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Tasty times (and some skiing) in Washington State's Apple Capital

Story and photos by Lee Juillerat   December 1, 2010

Eastern Washington's Wenatchee Valley is called the Apple Capital, and for good reason. It’s impossible to spend time in and around the region without going apple-solutely bonkers.

Wenatchee the Apple Capital signa



Eat Wenatchee apples poster

Wenatchee is the Apple Capital
Eat Wenatchee apples

The Wenatchee Valley is all about apples, from many varieties to an incredibly edible abundance of apple spin-offs. The varieties include red and yellow delicious, Fugi, Breaburn, Cameo, Gala, Gingergold, Granny Smith, Jonagold, Pink Lady, Rome and winter bananas. While they're delicious off the tree, they're also made into a smorgasbord of tasty, nutritious delights—applesauce, baked apples, apple butter, aplets, apple slices, apple pizza, wrap apple sandwiches, apple jellies and, along with ciders, apple and cranapple juices. Then, add on treats and desserts like apple pie, apple tarts, apple pudding, candied apples, apple crisps, apple cakes, apple gallets and, the applesolute tastiest of all—apple butter milkshakes.

Apple appellations are part of Wenatchee Valley’s flavor. Since 1925, the “O” in The Wenatchee World’s newspaper masthead has been an apple. Apple Way is a downtown street. Wenatchee School District second graders study apples. The semi-pro baseball team is the Apple Sox. Washington's Apple Blossom Festival has been held in Wenatchee each spring since 1920. Wenatchee’s apple-shaped welcome signs proclaim it the “Apple Capital of the World.”

  Washington apples - wall of apple labels   Washington apples - Antique apple machine  
Wall of apple labels
Antique apple machine

The Wenatchee Valley Museum features an apple room with more than 200 apple crate labels and photos of apple festival queens. It also features the story of the Guinness Book of Records world’s largest apple pie, one built in 1997 in Wenatchee that measured 44- by 34-feet and weighed 34,438 pounds.

Washington ranks first in national apple production and grows 60 percent of the apples eaten in the nation. A majority come from the Wenatchee Valley, which has more than 170,000 acres of apple orchards and is the state's largest producer and exporter of apples. Apples are exported to 60 countries, with the highest volumes to Mexico, Canada, Taiwan, India and Indonesia.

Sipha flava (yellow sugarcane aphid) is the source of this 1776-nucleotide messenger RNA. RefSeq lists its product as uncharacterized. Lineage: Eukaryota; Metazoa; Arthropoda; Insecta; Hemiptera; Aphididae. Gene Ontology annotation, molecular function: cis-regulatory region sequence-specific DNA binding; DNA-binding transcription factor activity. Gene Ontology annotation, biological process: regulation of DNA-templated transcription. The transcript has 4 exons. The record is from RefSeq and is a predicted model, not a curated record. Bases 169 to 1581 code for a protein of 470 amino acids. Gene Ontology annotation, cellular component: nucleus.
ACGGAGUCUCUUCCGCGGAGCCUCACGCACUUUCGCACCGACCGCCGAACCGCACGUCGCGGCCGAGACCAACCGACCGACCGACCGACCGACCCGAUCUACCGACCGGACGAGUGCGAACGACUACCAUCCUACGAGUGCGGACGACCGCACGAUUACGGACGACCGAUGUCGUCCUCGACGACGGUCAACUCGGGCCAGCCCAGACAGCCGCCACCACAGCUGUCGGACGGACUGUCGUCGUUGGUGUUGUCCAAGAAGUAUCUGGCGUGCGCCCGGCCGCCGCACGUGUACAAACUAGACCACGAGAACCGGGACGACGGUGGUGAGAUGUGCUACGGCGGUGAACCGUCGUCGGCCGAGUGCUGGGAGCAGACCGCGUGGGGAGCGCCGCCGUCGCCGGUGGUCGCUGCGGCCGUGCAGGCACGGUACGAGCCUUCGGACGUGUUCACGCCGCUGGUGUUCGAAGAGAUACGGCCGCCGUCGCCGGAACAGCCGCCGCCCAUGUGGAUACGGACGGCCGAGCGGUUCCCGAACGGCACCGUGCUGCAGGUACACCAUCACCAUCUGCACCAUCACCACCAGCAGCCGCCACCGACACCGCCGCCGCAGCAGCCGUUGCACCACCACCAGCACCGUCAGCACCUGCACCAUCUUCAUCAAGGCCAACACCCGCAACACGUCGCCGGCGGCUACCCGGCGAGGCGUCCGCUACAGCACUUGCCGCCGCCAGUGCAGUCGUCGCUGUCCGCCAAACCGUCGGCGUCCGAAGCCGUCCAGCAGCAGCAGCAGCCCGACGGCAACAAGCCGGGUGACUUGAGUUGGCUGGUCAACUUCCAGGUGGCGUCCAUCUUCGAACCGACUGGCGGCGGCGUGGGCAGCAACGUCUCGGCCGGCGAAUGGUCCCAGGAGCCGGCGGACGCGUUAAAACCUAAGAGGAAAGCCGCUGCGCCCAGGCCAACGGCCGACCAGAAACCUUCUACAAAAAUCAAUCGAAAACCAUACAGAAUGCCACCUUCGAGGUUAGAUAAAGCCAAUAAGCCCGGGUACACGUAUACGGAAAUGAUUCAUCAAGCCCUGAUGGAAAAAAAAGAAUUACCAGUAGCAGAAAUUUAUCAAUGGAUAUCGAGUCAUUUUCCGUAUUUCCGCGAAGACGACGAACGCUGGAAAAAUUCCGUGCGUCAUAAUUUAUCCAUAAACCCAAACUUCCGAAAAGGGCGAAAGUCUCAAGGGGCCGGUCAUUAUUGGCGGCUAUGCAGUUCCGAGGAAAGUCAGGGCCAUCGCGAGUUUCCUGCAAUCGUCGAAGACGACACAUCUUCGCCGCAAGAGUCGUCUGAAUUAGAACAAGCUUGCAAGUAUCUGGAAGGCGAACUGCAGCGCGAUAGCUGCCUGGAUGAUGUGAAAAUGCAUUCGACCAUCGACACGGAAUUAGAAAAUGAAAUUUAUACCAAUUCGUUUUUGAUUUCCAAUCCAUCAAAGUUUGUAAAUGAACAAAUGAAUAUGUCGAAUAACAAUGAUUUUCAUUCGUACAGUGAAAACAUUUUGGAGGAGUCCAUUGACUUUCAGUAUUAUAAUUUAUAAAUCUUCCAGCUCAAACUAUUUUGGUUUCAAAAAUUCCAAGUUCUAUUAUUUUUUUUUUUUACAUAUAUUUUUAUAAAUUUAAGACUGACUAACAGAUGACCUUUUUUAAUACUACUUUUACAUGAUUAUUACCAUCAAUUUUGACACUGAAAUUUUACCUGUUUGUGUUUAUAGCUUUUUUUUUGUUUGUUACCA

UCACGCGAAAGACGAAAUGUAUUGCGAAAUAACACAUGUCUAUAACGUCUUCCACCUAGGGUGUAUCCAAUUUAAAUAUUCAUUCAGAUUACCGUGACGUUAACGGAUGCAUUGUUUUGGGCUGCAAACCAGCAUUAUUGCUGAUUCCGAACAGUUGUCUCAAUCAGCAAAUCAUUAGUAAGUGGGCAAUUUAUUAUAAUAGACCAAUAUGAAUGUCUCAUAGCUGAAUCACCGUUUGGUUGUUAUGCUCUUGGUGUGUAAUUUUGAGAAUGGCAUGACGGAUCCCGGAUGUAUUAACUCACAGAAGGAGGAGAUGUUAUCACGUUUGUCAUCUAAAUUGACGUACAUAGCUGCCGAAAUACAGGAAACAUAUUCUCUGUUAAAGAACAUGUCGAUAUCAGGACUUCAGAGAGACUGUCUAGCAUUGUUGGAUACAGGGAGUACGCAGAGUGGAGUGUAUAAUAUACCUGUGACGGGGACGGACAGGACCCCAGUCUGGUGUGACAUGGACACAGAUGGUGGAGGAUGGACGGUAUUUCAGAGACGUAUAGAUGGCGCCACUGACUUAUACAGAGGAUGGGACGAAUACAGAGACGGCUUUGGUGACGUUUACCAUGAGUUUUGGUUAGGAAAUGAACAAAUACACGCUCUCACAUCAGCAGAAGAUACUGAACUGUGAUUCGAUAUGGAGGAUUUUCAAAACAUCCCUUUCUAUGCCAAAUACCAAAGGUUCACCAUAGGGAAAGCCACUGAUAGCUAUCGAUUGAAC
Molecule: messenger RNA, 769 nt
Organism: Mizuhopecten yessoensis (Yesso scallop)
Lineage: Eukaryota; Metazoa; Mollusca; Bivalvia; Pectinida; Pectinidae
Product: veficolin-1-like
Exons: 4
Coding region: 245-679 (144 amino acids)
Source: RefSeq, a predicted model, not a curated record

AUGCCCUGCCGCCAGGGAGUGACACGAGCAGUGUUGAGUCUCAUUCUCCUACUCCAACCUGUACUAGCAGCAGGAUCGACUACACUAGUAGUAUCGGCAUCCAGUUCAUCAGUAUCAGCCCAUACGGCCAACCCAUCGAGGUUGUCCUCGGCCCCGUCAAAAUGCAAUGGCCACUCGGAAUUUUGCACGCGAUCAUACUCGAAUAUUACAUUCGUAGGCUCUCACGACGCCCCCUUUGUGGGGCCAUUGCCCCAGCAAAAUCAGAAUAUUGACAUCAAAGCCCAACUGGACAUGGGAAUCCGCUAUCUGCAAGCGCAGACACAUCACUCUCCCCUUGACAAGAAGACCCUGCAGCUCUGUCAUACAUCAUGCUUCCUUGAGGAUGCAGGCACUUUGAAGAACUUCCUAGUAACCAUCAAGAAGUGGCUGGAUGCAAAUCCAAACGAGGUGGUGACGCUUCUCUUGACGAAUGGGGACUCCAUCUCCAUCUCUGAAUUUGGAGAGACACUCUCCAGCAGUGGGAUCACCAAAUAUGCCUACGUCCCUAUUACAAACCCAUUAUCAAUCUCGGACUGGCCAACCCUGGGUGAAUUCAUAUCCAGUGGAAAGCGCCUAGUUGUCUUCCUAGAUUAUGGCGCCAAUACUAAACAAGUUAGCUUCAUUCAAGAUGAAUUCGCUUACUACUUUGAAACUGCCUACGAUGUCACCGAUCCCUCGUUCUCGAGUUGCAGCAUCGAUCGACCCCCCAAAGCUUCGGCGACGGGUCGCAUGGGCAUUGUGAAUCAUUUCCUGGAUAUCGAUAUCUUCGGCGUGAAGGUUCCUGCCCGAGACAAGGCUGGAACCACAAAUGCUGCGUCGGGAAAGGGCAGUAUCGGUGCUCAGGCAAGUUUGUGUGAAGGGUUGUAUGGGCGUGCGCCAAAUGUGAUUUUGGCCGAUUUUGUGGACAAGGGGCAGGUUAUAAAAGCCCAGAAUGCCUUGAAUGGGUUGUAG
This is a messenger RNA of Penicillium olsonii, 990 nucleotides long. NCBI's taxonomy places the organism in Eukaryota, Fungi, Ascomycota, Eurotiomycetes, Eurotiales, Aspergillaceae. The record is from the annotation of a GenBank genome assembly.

Washington State apple harvesters in the mid-1900s

Philip Miller planted the Wenatchee Valley's first apple trees in 1872. The first commercial planting was the Peterson orchard in 1884. Commercial apple production blossomed because of the climate and availability of irrigation water, along with advances in processing, packing and railroads that shipped Wenatchee apples across the country. The first carload of apples was sent from Wenatchee to Seattle in 1901. By 1910, 2,400 carloads were shipped out.

During a visit, my mission included sampling the valley’s multiple varieties and visiting places where apple products are produced.

Apple harvesters in the mid-1900s




Washington State - Workers at Aplets & Cotlets tour craft apple creations

  Washington State - Workers at Aplets & Cotlets tour craft apple creations  




Washington State - Workers at Aplets & Cotlets tour craft apple creations

Workers at Aplets & Cotlets tour craft apple creations
  My sampling started north of Wenatchee in Cashmere at the free, family-friendly Aplets & Cotlets factory tour. Guided Country Kitchen tours meander around the plant, offering sights and smells of apples, which are blended with fruits and nuts into delectable varieties of natural, wholesome confections. There's always a liberal selection of free samples. The third generation business produced two million pounds of 40-plus apple products in 2009. The business was begun in 1920 by two Armenians from Turkey, who used the name Liberty Orchards to honor their new homeland.  
  Aplets & Cotlets boxed products  




Marcia Green pours Lady Blush





Wine alternatives

Finished Aplets & Cotlets
Marcia Green pours Lady Blush
Wine alternatives
  After the Aplets & Cotlets feast, I sampled all-natural non-alcoholic ciders at the nearby Cashmere Cider Mill & Tasting Room. Owners Marcia and Lyle Green pour up to 10 varieties, including their full-bodied Lady Blush. "Our goal is to be a wine alternative," Marcia explained, pouring samples into wine glasses and encouraging tasters to savor the fruit-flushed aroma. "It fills all the requirements, except it's extra healthy." The ciders were tasty, but Marcia had a surprise: lead-us-into temptation oh-so sinfully delicious apple butter milkshakes.  
  Aplets & Cotlets milkshake  





Aplets & Cotlets milkshake

  Aplets & Cotlets apple pie  
Shake it up baby
Apple-solutely delicious
The apple pie is great, too

In Wenatchee, my sampling began with a visit to the Washington Apple Commission Visitor Center. Videos and interactive displays provide information about the apple industry and, of course, tastings of free apple juice and apple slices.